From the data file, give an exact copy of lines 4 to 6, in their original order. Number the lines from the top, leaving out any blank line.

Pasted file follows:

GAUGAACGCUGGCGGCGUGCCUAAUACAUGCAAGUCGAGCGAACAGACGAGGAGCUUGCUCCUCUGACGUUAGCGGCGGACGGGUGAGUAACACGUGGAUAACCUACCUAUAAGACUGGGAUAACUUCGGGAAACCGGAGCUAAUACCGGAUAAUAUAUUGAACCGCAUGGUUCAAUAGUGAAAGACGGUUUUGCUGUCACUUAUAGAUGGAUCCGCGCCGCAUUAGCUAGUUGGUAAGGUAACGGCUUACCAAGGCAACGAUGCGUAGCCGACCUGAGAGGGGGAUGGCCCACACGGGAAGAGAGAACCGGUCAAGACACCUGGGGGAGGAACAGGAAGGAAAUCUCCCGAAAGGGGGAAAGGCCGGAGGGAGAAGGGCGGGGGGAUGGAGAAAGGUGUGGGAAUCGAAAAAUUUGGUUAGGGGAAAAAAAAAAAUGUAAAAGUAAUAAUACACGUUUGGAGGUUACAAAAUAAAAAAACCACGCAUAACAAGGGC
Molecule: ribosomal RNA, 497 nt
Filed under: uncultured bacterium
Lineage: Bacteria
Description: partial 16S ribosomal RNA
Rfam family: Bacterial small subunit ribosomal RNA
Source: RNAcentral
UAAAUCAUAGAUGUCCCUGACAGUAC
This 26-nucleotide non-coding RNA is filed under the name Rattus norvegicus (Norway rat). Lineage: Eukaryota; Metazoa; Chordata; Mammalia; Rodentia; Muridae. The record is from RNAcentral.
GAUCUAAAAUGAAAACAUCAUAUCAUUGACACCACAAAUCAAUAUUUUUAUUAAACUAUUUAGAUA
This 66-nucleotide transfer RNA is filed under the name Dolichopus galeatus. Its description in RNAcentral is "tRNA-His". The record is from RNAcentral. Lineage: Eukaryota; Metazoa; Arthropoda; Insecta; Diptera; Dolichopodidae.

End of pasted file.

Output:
Lineage: Bacteria
Description: partial 16S ribosomal RNA
Rfam family: Bacterial small subunit ribosomal RNA